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Do I need to file a tax return this year?

Dear Savvy Senior: What are the IRS income tax filing requirements for retirees this tax season? My income dropped way down when I had to retire last year, so I’m wondering if I need to file a tax return. — Retired Ron

Dear Ron: Whether or not you are required to file a federal income tax return this year depends on how much you earned in 2018, the source of that income, your age and your filing status.

Here’s a rundown of this tax season’s IRS tax filing requirement thresholds. For most people, this is pretty straightforward. If your 2018 gross income — which includes all taxable income, not counting your Social Security benefits, unless you are married and filing separately — was below the threshold for your filing status and age, you may not have to file. But if it’s over, you will.

>> Single: $12,000 ($13,600 if you’re 65 or older by Jan. 1, 2019).

>> Married filing jointly: $24,000 ($25,300 if you or your spouse is 65 or older; or $26,600 if you’re both over 65).

>> Married filing separately: $5 at any age.

>> Head of household: $18,000 ($19,600 if age 65 or older).

>> Qualifying widow(er) with dependent child: $24,000 ($25,300 if age 65 or older).

To get a detailed breakdown on federal filing requirements, along with information on taxable and nontaxable income, call the IRS at 800-829-3676 and ask them to mail you a free copy of the “Tax Guide for Seniors” (publication 554) or see IRS.gov/pub/irs-pdf/p554.pdf.

There are some financial situations that require you to file a tax return, even if your gross income falls below the requirements. For example, if you earned more than $400 from self-employment, owe any special taxes like an alternative minimum tax or get premium tax credits because you, your spouse or a dependent is enrolled in a Health Insurance Marketplace (Obamacare) plan, you’ll need to file.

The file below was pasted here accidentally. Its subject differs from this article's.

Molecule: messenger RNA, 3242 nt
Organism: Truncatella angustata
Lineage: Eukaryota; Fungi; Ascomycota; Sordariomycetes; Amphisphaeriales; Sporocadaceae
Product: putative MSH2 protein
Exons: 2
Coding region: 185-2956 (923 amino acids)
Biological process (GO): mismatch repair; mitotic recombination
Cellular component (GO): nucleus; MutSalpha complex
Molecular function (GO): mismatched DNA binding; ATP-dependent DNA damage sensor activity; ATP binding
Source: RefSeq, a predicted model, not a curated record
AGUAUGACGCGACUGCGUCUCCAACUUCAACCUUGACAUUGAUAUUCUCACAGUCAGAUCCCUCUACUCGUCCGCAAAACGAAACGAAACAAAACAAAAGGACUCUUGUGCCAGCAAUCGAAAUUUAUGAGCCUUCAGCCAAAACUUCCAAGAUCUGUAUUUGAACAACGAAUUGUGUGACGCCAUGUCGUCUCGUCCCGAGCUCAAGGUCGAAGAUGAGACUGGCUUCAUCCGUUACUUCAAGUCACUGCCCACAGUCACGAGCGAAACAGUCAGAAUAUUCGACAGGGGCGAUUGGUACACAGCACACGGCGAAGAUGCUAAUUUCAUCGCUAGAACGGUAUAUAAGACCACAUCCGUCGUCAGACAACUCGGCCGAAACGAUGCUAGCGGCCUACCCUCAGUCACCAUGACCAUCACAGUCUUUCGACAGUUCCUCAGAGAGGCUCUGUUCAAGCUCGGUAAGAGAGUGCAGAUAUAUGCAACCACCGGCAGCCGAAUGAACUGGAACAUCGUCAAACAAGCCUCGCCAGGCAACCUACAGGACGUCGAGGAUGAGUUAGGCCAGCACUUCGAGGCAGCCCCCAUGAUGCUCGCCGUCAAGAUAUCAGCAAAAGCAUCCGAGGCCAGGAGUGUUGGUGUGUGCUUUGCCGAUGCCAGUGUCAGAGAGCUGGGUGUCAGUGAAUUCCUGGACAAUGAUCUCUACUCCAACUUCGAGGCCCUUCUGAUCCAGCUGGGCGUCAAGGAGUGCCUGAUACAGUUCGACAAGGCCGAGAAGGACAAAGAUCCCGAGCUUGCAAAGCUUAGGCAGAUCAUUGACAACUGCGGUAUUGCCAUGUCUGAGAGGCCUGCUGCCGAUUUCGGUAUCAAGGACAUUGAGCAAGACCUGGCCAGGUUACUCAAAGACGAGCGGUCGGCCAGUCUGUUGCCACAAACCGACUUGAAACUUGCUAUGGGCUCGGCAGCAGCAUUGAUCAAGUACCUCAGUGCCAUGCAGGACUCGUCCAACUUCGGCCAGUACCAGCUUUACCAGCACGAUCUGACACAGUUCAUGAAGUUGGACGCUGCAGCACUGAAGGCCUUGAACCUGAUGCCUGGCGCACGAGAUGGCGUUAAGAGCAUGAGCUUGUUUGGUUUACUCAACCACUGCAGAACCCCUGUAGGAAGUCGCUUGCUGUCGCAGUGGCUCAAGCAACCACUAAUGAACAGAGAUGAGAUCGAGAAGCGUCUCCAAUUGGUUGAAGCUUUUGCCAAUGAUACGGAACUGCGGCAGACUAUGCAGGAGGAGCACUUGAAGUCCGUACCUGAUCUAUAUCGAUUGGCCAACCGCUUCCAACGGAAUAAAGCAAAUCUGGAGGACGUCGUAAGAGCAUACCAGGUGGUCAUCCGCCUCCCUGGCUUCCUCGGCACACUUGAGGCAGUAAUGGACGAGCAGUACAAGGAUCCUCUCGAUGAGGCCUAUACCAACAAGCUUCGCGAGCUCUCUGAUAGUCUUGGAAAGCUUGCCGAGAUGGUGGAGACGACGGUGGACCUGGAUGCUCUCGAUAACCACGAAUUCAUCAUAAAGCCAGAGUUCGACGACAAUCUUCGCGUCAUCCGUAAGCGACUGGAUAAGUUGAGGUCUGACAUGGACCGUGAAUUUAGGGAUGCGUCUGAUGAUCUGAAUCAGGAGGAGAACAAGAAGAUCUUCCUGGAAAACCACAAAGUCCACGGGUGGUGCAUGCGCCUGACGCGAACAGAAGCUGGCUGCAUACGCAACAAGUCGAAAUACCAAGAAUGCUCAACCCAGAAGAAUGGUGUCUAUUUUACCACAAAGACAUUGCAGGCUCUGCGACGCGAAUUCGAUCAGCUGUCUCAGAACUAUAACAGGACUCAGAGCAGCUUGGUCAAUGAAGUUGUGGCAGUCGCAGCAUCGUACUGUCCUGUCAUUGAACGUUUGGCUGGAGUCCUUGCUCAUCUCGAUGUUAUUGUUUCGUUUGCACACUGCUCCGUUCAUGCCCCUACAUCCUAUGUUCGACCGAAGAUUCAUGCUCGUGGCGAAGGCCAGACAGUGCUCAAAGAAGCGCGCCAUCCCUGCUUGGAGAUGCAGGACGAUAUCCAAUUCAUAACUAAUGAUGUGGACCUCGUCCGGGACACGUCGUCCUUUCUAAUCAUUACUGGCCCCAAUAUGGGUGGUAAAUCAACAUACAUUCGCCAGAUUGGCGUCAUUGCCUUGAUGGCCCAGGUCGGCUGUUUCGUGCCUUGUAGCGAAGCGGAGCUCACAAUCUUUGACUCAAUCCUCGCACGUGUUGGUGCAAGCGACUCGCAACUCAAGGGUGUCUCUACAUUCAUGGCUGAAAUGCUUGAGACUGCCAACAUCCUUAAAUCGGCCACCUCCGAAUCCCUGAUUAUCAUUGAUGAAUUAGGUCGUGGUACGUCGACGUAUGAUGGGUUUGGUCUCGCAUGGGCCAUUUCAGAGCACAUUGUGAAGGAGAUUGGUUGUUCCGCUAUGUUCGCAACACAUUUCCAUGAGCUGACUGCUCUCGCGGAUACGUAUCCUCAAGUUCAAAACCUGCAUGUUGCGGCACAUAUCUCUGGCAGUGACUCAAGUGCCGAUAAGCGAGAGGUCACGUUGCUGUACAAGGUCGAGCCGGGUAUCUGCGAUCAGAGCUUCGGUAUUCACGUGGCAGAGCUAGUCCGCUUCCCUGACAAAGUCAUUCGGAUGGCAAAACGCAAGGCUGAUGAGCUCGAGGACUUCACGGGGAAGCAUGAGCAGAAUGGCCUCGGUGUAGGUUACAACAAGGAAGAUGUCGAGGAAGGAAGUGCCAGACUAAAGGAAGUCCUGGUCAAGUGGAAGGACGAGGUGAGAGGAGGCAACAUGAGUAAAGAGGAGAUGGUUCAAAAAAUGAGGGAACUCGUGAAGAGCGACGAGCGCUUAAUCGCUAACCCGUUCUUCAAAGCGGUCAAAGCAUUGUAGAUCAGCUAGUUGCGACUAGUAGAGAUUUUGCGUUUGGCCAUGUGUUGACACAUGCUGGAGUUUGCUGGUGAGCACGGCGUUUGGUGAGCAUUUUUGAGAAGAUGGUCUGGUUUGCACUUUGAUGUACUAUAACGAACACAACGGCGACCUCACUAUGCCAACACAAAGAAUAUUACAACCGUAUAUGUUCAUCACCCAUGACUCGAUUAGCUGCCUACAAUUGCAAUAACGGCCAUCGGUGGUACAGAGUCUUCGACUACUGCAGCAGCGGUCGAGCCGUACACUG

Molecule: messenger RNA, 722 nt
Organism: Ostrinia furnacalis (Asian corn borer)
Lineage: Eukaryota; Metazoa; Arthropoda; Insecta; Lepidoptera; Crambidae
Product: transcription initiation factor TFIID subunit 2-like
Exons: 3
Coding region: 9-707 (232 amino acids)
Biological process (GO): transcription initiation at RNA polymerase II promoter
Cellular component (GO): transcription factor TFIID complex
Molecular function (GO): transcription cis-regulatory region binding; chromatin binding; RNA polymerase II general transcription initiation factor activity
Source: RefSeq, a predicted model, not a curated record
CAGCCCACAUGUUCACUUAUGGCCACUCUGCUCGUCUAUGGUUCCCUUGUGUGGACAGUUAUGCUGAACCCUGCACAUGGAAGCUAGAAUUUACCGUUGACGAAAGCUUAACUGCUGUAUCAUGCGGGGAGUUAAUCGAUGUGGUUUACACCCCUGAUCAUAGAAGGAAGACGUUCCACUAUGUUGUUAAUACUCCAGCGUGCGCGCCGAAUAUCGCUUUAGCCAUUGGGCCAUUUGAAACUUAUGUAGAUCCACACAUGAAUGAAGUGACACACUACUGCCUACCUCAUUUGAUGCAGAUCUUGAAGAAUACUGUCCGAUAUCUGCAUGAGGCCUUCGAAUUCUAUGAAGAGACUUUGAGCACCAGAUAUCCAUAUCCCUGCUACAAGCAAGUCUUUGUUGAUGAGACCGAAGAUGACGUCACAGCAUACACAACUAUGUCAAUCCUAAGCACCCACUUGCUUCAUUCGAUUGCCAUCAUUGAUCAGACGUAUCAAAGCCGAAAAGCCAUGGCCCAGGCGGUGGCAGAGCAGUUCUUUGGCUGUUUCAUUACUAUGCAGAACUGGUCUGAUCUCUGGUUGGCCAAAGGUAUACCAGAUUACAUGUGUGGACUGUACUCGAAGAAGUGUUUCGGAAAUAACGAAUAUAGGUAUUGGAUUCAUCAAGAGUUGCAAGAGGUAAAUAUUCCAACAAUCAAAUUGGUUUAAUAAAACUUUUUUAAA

You’ll also need to file if you’re receiving Social Security benefits, and one-half of your benefits plus your other gross income and any tax-exempt interest exceeds $25,000, or $32,000 if you’re married and filing jointly.

To figure all this out, the IRS offers an interactive tax assistant tool on its website that asks a series of questions that will help you determine if you’re required to file, or if you should file because you’re due a refund. It takes less than 15 minutes to complete.

You can access this tool at IRS.gov/filing — click on “Do I Need to File?” Or, you can get assistance over the phone by calling the IRS helpline at 800-829-1040. You can also get face-to-face help at a Taxpayer Assistance Center. See IRS.gov/localcontacts or call 800-829-1040 to locate a center near you.

Even if you’re not required to file a federal tax return this year, don’t assume that you’re also excused from filing state income taxes. The rules for your state might be very different. See Taxadmin.org/state-tax-agencies.

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